The Garden Guide

Book: Gardening Tools, Equipment and Buildings
Chapter: Chapter 6: Structures used in Gardening

Melon pine and plant pits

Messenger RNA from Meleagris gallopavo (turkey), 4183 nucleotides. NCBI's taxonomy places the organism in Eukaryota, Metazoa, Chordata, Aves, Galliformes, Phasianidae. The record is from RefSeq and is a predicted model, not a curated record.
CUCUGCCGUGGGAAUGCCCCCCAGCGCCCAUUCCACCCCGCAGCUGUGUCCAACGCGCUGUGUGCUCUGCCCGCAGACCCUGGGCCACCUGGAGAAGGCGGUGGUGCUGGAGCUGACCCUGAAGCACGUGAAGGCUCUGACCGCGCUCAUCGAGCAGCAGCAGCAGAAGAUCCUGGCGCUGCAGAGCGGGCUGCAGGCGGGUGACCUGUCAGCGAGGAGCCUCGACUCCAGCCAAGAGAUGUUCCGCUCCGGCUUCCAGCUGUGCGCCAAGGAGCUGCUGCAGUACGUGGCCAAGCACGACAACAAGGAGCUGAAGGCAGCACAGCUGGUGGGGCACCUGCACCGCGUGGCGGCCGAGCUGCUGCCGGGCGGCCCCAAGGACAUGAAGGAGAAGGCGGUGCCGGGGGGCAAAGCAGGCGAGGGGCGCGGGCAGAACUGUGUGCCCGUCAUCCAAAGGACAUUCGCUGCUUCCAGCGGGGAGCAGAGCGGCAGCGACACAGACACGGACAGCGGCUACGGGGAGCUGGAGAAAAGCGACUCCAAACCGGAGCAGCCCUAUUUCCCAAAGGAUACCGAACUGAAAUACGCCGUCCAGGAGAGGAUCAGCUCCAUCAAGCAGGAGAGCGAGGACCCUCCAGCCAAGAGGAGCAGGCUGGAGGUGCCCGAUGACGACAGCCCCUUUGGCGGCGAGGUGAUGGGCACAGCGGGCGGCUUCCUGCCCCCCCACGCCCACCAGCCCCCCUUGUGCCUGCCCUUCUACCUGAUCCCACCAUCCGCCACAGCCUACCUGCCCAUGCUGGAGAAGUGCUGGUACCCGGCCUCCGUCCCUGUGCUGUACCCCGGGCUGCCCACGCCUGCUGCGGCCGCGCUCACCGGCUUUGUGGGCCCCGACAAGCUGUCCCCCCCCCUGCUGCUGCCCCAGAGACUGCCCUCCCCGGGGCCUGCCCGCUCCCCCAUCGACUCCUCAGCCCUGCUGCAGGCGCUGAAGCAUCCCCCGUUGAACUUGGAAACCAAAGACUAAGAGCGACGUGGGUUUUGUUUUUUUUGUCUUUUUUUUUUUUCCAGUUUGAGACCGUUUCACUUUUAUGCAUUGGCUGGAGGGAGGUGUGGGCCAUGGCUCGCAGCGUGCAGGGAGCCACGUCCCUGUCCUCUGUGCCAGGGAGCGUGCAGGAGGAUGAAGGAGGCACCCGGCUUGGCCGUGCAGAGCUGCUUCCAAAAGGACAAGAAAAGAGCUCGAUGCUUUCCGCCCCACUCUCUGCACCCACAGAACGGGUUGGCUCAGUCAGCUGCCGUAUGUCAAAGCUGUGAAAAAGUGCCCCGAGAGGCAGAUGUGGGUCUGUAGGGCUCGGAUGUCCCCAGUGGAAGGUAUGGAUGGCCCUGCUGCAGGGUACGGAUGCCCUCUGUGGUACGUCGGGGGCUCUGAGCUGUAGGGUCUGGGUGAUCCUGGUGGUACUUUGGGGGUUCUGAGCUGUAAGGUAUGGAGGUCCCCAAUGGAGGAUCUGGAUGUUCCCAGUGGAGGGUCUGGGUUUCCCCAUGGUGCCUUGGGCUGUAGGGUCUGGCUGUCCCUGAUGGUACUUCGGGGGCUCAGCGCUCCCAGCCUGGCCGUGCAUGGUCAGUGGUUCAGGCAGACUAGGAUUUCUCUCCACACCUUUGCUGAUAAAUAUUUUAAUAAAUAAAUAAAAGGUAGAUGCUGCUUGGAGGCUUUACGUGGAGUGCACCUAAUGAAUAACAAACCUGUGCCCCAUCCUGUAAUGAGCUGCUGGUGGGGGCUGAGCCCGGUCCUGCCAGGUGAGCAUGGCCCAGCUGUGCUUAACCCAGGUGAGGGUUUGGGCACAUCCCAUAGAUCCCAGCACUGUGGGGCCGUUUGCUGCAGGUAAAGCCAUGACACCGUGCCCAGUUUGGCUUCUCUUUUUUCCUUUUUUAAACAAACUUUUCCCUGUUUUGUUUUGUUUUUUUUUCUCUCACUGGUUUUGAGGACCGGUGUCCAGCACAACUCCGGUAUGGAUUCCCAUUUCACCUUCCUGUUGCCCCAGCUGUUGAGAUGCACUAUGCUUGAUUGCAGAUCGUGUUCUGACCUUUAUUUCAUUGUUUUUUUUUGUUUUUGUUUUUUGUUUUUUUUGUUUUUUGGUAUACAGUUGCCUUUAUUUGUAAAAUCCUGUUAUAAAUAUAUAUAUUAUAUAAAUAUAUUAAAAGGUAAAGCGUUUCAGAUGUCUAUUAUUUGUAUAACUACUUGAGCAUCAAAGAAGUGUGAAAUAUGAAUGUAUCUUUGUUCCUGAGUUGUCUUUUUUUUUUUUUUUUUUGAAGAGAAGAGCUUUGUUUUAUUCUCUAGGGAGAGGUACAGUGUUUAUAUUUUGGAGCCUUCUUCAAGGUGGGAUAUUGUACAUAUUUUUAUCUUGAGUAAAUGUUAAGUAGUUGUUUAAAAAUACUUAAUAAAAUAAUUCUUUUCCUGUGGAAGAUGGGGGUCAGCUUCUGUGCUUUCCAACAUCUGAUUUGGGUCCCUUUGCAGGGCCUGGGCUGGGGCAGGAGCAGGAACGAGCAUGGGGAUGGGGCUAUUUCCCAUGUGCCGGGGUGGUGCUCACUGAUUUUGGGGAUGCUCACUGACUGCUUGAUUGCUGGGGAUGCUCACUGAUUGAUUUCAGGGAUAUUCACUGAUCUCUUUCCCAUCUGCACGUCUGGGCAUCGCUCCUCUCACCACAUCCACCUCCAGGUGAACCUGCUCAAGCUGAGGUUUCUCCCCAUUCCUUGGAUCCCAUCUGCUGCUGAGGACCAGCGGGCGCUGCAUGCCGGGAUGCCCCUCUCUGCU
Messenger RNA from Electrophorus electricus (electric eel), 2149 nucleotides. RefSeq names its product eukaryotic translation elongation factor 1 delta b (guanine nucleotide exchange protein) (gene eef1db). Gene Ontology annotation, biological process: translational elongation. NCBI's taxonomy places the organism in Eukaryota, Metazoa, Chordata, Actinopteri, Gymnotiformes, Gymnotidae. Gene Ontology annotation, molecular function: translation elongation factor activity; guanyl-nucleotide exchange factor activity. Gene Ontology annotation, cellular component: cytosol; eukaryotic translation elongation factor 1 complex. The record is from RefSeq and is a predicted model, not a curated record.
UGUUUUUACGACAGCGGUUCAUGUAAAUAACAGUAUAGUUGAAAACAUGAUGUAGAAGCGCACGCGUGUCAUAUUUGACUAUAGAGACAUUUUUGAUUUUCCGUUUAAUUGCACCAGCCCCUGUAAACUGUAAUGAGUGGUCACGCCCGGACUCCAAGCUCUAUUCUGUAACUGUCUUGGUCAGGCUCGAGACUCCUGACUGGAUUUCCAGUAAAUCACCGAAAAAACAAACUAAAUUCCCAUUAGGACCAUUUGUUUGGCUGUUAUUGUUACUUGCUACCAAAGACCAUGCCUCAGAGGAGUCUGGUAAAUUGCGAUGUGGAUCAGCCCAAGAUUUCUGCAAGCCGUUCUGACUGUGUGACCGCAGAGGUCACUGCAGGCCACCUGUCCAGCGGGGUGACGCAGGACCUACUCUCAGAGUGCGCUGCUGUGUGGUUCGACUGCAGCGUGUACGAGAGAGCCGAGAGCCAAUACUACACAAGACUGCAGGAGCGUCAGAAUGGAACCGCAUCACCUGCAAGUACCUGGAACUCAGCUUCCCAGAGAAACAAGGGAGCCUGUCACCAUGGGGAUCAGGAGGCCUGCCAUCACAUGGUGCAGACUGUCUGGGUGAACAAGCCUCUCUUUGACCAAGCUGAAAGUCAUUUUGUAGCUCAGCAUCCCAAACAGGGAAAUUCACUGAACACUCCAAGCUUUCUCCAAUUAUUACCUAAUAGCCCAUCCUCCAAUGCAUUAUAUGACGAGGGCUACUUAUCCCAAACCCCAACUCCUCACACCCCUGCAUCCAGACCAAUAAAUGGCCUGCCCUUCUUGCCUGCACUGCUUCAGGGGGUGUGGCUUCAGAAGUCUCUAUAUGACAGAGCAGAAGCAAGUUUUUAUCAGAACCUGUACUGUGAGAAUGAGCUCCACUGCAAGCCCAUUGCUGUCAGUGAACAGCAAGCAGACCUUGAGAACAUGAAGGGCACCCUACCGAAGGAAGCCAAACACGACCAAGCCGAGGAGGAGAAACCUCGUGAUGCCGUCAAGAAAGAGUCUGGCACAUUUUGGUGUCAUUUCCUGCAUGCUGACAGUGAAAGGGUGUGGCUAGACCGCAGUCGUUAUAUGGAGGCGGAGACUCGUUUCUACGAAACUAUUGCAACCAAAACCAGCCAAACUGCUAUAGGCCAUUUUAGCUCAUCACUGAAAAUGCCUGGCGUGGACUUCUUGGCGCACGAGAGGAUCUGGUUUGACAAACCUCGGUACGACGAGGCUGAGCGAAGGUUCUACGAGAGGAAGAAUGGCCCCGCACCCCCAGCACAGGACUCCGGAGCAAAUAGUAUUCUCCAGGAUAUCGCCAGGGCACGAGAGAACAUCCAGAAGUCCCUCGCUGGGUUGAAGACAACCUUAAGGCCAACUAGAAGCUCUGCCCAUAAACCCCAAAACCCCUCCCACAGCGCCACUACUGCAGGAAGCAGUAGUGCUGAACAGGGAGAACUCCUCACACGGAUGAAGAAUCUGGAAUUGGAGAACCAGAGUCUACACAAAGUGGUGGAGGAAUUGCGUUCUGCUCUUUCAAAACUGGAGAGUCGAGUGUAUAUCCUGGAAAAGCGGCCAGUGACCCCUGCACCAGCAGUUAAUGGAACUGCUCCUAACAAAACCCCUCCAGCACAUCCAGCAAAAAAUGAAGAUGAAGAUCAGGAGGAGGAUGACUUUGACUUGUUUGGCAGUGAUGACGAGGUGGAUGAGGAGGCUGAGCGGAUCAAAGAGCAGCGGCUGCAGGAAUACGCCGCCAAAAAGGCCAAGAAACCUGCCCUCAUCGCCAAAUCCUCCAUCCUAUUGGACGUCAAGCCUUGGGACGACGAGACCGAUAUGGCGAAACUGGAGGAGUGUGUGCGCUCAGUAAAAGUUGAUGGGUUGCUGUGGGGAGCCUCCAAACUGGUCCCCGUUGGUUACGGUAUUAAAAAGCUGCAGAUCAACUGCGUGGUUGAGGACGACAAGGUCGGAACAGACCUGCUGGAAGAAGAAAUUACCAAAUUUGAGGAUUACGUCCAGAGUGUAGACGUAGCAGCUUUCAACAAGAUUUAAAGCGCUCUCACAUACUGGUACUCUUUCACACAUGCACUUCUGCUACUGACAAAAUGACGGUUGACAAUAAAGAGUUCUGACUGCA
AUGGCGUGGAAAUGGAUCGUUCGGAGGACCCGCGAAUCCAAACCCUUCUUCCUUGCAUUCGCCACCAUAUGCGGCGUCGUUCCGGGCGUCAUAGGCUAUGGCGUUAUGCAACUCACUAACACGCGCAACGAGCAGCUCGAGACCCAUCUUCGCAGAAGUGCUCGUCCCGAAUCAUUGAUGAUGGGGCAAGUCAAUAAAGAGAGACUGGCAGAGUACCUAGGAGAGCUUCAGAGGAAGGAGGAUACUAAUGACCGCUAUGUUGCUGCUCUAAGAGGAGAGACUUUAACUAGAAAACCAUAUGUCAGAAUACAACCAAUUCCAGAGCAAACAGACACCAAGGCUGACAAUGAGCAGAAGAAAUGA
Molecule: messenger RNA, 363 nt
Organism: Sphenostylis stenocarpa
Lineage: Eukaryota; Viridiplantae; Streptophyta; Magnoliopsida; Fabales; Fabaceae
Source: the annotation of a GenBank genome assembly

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2013. Melon, pine, and plant pits are sometimes combined in one structure, as shown in figs. 575. to 578. These pits, if the soil be high and dry, may be sunk 2 or 3 feet below the surface; but if the soil should be moist, they should not be sunk above 12 or 15 inches below the surface, and there should be a drain, made along the centre, of bricks on edge, with bricks laid flatwise covering it. Fig. 575. is a section of a cucumber and melon pit, sunk 2 ft. 6 in. below the surface. The front and back walls are built in the pigeon-hole manner, and a vacuity is left between them and the brick-on-edge divisions. A trellis rests on the bricks covering the vacuities, to prevent the fruit from lying on the soil. In this section, a is filled in with rough wood, on which is placed a layer of dung to prevent the soil (b) from falling through; or it might be filled in with rough rubble stone, built in the Cyclopean fashion, with air vacuities, as being more durable. The trellis is shown at c; d is the vacuity; e, the linings; and f, the ground level. A stone shelf may be placed over the vacuity at the back part, for holding strawberries in fruit, or similar productions requiring plenty of air, as shown. The lights are at an angle of 12ᆭ to the horizon. Were the trellis removed, and the earth filled up higher, this pit would be very suitable for the growth of early potatoes, sea-kale, asparagus, &c. Fig. 576. is a pine-pit, in which are shown the rough wood or rubble, soil, pigeon-holes, linings, level of the ground, &c. This pit is suitable either for growing pines in their first stages, or fruiting state. In the back part of this pit there may be a shelf of wood, supported by small iron brackets, for holding pots containing vines or other plants, as shown. The upright lines within the walls represent piers under each alternate rafter, formed by transverse bricks, to strengthen the walls, as they are built of only 4.5 brick. This pit being necessarily larger, and having a greater volume of air between the soil and glass, is to be heated by hot water when it is necessary. A pit so large will seldom be over-heated, and, therefore, no vacuity is shown within the walls; but, should it at any time become so, the lining must be prised back with a stick, to admit cooling air to the walls. One of Rogers's conical boilers is shown in the plan (fig. 577.), as also the pipes (g), flue (h), and chimney (i); the piers are shown at k, and those of the front wall support the pipes, as expressed in the section. The lights on this pit are at an angle of 23ᆭ to the horizon, which is considered to be the most suitable angle for the purpose. Fig. 578. is a plant-pit sunk 18 in. in the ground, and filled in with suitable materials. It may either be heated by hot air, flues, or hot water, and the pipes supported on 4.5 inch piers, as in the pine-pit. The roof is at an angle of 18ᆭ to the horizon.